NZALPA’s Peer Assistance Network (PAN) exists to support those experiencing difficult times in their lives that can have an impact on mental health.
While many issues such as depression and anxiety aren’t specific to the aviation industry, the effect they can have on the ability for a pilot or air traffic controller to do their work is greater. PAN through its volunteers and supervision by aviation psychologist Allan Baker provides a friendly ear and referral if needed.
“It is not easy, but it is our responsibility to reach out for support if we need it and PAN provides that confidential support from someone who identifies with your profession,” Medical and Welfare Director Andy Pender said.
“Equally, we have the responsibility to protect ourselves in the best way possible by aiming for optimal health.
“This will not only improve our mental health and psychological wellbeing but puts us in the best possible position with our lifestyle and relationships so that when we do encounter any issues, we can tackle them head on.
“By making small changes, we can significantly enhance our overall mental health and wellbeing.”
Here are some tips from the Medical and Welfare Team:
Get sufficient restorative sleep:
Restorative sleep is essential for maintaining optimal levels of alertness and performance. The reality is that human motor performance and cognition reduce exponentially from poor quality sleep. This poses a particular challenge for pilots and air traffic controllers who must maintain alertness despite working non-traditional work hours, which can be less conducive to sleep. While the suggestions below are simple and obvious, it’s easy to forget the basics when fatigue kicks in.
To promote opportunities for restorative sleep you can:
- Block out light from the bedroom (e.g. use blackout curtains or roller shutters).
- Reduce the impact of noise that enters the bedroom (talk to your family about your sleeping times; use ear plugs or white noise such as a fan).
- Only use your bedroom for sleep, relaxation and sex (remove anything related to work and all technical devices).
- Make sure the bedroom is a thermo-neutral zone (not too hot or too cold).
- Establish a pre-bed routine, which includes quiet/relaxing activities – avoid electronic devices prior to sleeping.
- Minimise use of caffeine and alcohol in the hours before bedtime.
- Be careful of prioritising your social life over sleep and aim to strike a balance of the two.
Make time for regular exercise:
Exercise is not only essential for maintaining optimal physical wellbeing, it also helps to increase energy levels, reduce fatigue, improve mood, promote restorative sleep and enhance your capacity to cope with stress. If, due to non-traditional work hours you struggle to establish a regular exercise routine, even small amounts of exercise is better than none, so make sure you keep moving even if you feel fatigued. Ideas for you to increase activity include:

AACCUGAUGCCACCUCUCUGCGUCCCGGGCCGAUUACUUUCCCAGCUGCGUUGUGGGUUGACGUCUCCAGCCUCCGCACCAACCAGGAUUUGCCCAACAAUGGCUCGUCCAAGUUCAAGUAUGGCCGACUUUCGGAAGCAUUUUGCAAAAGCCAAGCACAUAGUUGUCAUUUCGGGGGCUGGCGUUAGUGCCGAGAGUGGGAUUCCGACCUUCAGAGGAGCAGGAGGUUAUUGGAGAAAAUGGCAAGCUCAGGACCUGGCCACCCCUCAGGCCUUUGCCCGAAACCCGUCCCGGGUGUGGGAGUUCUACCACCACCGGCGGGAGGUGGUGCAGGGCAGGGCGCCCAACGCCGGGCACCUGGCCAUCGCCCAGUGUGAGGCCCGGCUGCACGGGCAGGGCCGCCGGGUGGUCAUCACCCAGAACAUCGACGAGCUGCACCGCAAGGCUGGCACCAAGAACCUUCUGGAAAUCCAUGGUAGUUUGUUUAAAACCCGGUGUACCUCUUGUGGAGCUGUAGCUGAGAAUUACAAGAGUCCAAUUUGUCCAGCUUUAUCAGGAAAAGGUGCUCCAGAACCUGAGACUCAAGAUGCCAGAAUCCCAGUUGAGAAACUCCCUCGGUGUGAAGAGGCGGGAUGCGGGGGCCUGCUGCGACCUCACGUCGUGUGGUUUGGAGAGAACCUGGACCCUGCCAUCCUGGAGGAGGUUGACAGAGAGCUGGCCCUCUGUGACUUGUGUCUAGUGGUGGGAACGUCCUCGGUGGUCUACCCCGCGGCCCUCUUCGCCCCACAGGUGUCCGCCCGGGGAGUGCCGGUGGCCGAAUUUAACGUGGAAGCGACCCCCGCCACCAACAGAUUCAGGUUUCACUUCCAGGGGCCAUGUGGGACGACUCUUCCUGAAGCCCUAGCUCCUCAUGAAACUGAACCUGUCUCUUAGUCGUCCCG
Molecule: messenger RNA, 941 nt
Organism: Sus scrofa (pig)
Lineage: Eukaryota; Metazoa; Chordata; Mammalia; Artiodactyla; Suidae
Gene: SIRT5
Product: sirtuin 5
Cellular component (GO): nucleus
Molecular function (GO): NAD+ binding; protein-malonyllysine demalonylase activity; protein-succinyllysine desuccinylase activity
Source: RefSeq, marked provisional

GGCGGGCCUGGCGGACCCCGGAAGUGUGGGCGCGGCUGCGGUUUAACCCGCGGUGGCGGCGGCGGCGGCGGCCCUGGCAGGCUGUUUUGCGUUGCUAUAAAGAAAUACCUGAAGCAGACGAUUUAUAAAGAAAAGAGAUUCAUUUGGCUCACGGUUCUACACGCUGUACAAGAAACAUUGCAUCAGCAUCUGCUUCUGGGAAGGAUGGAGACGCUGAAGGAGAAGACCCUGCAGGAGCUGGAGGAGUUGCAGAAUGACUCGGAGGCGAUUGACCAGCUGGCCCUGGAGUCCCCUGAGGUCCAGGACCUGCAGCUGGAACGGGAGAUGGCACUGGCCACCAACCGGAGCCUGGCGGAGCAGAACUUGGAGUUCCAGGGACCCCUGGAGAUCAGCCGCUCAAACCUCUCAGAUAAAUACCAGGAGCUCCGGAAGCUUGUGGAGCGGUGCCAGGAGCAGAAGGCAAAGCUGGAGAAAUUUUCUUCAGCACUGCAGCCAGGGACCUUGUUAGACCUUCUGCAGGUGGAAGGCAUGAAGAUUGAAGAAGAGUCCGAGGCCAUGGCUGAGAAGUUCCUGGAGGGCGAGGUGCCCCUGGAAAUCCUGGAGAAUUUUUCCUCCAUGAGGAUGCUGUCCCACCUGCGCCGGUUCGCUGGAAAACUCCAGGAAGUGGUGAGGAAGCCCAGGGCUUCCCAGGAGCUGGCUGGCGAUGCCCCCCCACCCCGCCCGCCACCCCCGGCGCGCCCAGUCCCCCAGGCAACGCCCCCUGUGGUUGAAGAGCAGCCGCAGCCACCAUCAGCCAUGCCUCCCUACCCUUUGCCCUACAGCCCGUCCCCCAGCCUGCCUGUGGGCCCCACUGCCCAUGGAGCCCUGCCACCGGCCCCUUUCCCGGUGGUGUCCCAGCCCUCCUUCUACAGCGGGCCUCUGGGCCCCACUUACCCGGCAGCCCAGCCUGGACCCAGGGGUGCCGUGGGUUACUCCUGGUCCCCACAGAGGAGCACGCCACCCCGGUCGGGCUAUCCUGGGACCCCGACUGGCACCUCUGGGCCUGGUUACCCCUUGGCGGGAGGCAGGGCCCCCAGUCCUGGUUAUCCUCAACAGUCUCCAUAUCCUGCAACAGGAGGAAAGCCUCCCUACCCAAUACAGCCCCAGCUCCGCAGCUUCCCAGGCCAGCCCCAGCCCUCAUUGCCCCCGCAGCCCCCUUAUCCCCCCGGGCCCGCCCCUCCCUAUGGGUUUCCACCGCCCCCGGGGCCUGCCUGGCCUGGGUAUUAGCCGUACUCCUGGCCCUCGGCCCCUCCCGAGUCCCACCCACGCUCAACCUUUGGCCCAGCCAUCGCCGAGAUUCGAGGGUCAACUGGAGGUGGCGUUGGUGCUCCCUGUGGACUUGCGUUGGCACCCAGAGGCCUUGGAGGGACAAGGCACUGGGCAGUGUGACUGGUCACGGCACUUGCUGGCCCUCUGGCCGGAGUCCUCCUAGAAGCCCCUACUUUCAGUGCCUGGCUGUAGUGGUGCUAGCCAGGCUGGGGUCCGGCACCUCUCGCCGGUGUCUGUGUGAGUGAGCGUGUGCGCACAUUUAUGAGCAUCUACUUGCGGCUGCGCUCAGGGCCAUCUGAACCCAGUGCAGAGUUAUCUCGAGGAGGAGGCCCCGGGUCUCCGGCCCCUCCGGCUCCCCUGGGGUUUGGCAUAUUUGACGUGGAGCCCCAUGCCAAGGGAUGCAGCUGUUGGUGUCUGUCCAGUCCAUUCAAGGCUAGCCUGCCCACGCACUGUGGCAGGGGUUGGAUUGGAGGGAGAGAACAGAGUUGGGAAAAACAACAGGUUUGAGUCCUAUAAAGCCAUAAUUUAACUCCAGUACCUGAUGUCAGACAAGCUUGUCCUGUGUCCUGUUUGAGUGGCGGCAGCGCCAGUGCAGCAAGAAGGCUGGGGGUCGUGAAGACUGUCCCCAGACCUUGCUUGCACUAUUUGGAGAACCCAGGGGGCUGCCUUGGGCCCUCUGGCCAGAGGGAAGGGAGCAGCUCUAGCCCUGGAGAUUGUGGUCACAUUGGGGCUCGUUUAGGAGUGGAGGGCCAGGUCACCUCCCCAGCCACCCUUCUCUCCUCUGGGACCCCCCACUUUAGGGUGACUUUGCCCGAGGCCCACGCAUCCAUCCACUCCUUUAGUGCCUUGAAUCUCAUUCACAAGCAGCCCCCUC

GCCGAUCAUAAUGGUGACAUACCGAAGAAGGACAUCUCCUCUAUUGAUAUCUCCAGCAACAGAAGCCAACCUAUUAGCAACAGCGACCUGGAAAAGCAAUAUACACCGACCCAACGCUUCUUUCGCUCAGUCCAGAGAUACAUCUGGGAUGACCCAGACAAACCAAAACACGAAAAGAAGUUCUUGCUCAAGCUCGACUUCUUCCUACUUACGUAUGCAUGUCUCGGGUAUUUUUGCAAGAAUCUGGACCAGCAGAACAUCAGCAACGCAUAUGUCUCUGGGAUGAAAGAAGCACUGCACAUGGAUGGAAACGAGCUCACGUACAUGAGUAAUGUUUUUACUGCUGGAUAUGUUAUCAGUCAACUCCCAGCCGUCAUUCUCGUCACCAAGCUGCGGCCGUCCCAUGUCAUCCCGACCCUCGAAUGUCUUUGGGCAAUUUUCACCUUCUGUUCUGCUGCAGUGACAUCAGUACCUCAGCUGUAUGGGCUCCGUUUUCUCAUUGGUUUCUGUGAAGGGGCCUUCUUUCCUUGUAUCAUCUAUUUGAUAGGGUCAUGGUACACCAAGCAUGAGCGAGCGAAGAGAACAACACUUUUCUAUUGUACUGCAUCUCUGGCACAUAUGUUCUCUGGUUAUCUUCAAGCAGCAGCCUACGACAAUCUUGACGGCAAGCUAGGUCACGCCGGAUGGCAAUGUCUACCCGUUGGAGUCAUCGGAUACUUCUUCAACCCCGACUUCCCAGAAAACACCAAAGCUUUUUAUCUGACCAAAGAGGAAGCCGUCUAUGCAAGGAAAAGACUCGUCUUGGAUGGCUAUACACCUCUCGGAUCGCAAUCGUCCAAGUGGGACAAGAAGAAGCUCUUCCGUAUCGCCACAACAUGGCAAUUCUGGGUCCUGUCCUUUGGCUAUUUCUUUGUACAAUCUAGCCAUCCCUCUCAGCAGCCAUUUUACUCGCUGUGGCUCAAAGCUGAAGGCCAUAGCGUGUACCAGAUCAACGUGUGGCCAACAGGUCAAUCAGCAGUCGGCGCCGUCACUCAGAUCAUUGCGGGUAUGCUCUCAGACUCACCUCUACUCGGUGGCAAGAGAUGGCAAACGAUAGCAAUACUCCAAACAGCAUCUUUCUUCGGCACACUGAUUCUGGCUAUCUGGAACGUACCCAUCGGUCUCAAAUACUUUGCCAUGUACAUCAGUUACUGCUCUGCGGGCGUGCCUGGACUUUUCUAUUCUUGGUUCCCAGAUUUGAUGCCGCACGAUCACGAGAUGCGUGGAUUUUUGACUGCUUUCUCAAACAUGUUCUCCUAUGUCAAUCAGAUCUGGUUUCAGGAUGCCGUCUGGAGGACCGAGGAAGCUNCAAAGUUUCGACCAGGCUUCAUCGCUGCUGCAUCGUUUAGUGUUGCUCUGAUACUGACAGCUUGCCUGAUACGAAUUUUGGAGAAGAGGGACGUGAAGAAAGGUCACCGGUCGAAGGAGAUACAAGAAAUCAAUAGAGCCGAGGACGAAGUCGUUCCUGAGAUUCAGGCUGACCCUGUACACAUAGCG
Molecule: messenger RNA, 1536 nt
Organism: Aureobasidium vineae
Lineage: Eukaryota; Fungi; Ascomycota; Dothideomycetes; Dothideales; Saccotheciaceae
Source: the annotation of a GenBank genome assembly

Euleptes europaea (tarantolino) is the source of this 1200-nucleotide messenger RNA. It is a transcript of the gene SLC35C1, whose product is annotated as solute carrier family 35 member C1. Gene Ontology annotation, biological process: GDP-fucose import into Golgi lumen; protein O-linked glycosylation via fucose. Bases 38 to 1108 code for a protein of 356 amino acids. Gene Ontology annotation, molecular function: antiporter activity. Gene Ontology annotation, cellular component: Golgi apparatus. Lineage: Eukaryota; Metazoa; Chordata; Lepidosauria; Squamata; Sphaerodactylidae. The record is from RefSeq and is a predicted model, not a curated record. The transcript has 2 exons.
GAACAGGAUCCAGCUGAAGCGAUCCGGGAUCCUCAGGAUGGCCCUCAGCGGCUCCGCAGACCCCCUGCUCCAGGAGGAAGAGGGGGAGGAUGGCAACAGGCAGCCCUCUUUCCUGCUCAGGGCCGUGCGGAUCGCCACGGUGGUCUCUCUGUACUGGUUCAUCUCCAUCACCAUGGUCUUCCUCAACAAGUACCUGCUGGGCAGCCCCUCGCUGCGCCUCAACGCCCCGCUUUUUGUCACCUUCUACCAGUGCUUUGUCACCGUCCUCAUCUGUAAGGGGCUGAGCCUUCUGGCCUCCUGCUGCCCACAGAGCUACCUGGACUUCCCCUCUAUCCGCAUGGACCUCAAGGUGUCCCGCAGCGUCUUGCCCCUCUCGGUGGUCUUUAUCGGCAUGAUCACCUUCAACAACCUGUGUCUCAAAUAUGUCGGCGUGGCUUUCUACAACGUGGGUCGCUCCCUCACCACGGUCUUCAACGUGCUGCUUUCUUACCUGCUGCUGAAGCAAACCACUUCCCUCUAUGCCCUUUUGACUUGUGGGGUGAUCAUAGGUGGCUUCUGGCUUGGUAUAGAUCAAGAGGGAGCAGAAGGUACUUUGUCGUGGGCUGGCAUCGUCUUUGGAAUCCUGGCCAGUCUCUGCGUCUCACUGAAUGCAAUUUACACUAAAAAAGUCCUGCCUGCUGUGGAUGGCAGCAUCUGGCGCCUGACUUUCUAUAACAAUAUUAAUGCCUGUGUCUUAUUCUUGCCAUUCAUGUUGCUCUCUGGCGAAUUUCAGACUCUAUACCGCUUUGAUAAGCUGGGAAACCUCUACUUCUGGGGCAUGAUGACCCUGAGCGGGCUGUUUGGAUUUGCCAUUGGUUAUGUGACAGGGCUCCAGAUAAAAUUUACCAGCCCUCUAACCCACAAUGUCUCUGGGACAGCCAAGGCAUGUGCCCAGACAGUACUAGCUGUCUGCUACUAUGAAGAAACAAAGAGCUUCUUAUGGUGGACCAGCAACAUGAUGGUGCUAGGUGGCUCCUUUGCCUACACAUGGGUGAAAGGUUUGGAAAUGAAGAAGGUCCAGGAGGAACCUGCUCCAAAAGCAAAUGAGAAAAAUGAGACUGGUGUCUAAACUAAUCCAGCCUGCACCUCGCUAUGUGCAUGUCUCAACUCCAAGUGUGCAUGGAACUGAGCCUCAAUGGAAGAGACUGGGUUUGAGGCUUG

- Set yourself a walking, running or swimming challenge – you can generally do these exercises anywhere.
- Attend the gym and work to a programme – there are limitless choices of facilities with some operating 24/7.
- Undertake activities with a friend or colleague to keep you motivated.
- Increase your motivation by committing to an exercise goal (e.g. signing up for a fun run or a bike race).
Manage excess arousal effectively:
Prolonged stress without periods of rest and recovery can be detrimental to wellbeing. Effectively managing stress and learning to how to ‘switch off’ can relax your nervous system, recharging your batteries so that you can perform optimally. Effective strategies to manage stress include:
- Be organised and learn how to prioritise.
- Practice mindfulness techniques to reduce the impact of unhelpful thinking patterns.
- Practice deep breathing techniques such as diaphragmatic breathing.
- Learn a relaxation technique such as progressive muscle relaxation.
- Make time for regular exercise as outlined above.
- Integrate “slow time” into your day (consider a slow walk, swim or mindful yoga).
- If you are worrying about a problem, ask yourself, is the problem solvable? If ‘yes’ then start problem solving to come up with a solution. If ‘no’, practice acceptance and let go.
Reach out to others for support
If you already have a suite of effective stress management techniques then keep at it. If not, consider reaching out to friends, family and colleagues when the going gets tough. NZALPA’s Peer Assistance can help with supporting you through stressful times and/or advice on the implementation of the tips listed above, and other ideas, if required.
Parts of this article make reference to an article prepared by contributors Cate Larkins – Industrial Officer Australian Federation of Air Pilots (AFAP) and Eleasa Mullavey, Psychological Health Intervention of the AFAP. The full article was originally published in NZALPA’s Stable Approach [winter 2015] with the permission of AFAP.